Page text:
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The Whiskey Merchant's Diary: An Urban Life in the Emerging Midwest
by Joseph J. Mersman
edited by Linda A. Fisher
Ohio University Press, 2007
Paper: 978-0-8214-1746-1 | Cloth: 978-0-8214-1745-4 | eISBN: 978-0-8214-4238-8
Library of Congress Classification F499.C553M47 2007
Dewey Decimal Classification 305.893107786609

“Business during the Week was very dull. The great Plague of the Year Cholera is driving every Country [person] and Merchants from Surrounding Cities away. The City looks like a desert Compared to its usual animated appearance. Last week ending the 6th there were 78 deaths from it, altogether 173. This week ending yesterday 278 deaths 189 from Cholera. People parting for a day or so, bid farewell to each other. My Partners family are fortunately in the Country. I and Clemens sleep in the Same bed, in Case of a Sudden attack to be within groaning distance. . .”
—Diary entry for Sunday, May 13th, 1849

Joseph J. Mersman was a liquor merchant, a German American immigrant who aspired—with success—to become a self-made man. The diary he kept from 1847 to 1864 provides an intriguing account of life in Cincinnati and St. Louis—America’s emerging frontier.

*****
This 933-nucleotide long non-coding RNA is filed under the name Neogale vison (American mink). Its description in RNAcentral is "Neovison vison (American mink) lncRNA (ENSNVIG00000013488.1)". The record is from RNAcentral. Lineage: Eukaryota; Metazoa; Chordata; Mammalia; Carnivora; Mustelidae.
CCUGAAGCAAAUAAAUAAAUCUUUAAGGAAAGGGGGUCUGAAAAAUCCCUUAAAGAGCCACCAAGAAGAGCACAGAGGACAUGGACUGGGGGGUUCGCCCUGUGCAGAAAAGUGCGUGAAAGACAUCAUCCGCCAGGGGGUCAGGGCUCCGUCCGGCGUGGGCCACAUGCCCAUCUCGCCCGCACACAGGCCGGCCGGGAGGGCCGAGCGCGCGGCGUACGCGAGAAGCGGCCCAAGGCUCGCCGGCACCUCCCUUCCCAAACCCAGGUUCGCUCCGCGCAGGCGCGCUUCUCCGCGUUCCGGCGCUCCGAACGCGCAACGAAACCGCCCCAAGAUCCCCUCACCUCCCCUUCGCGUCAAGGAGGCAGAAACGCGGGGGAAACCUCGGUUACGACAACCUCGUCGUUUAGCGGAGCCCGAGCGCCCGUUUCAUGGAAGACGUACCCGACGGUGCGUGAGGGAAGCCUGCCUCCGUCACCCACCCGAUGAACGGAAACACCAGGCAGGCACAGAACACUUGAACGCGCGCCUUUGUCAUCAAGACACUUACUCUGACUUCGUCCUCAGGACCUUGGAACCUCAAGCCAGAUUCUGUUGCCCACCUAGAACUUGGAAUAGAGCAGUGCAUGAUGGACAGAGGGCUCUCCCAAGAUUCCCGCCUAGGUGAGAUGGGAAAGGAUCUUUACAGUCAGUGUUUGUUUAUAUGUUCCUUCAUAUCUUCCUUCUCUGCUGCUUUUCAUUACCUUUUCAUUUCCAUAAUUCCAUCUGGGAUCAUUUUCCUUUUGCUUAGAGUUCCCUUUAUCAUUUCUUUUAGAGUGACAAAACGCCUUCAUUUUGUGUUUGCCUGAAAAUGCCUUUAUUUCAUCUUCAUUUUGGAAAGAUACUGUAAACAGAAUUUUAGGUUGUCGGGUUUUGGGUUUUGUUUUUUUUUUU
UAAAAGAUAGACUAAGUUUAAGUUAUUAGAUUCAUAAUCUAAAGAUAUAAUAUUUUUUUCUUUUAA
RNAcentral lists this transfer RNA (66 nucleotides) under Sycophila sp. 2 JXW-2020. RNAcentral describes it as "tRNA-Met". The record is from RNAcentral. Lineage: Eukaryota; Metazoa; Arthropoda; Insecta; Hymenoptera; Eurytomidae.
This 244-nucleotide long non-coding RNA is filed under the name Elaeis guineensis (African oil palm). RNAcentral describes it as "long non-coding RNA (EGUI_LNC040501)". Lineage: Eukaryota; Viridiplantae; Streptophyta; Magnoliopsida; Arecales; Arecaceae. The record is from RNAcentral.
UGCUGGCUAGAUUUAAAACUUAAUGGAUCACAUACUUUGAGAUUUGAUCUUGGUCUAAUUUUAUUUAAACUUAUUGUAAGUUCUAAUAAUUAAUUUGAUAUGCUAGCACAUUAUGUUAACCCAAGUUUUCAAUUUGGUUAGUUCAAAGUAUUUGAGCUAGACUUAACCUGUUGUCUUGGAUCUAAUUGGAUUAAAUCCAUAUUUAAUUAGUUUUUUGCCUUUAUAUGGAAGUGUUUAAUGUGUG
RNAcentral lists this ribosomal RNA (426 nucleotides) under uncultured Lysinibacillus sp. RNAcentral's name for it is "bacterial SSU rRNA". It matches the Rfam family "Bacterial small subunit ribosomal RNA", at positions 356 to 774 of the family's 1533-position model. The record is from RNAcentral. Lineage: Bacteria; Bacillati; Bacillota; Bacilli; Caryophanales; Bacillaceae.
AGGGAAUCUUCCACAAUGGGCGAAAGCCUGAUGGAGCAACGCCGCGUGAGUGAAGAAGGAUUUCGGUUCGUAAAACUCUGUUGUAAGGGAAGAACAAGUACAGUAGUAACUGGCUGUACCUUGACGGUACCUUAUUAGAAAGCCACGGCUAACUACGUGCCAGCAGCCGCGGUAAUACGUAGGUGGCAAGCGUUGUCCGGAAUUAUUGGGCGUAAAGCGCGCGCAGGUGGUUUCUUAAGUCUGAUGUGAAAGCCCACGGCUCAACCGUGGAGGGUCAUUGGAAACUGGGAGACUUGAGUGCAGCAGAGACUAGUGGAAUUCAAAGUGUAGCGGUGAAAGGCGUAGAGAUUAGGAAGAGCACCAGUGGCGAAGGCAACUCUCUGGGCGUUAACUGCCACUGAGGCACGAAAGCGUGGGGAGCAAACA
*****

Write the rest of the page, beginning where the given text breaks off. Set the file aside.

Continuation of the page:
Outside of Gold Rush diaries and emigration journals, few narrative records of the antebellum period have been published. As a record of both the man and the time in which he lived, The Whiskey Merchant’s Diary is a valuable resource for social historians, providing significant details about bachelorhood, whiskey making, ballroom dancing, circus history, card games, steamboat transportation, gender roles, theater history, and Victorian etiquette. The diary is also the story of a man who confronted serious disease, and his descriptions of cholera and syphilis are exceptional.

Complemented by photographs, maps, and period advertisements, the diary reveals how a German American businessman worked to establish himself in his newly adopted country during an era that was rife with opportunity. Linda A. Fisher’s professional training as a physician makes the public health aspect of this project particularly valuable, and her annotations throughout serve to emphasize the significance of Mersman’s firsthand observations.

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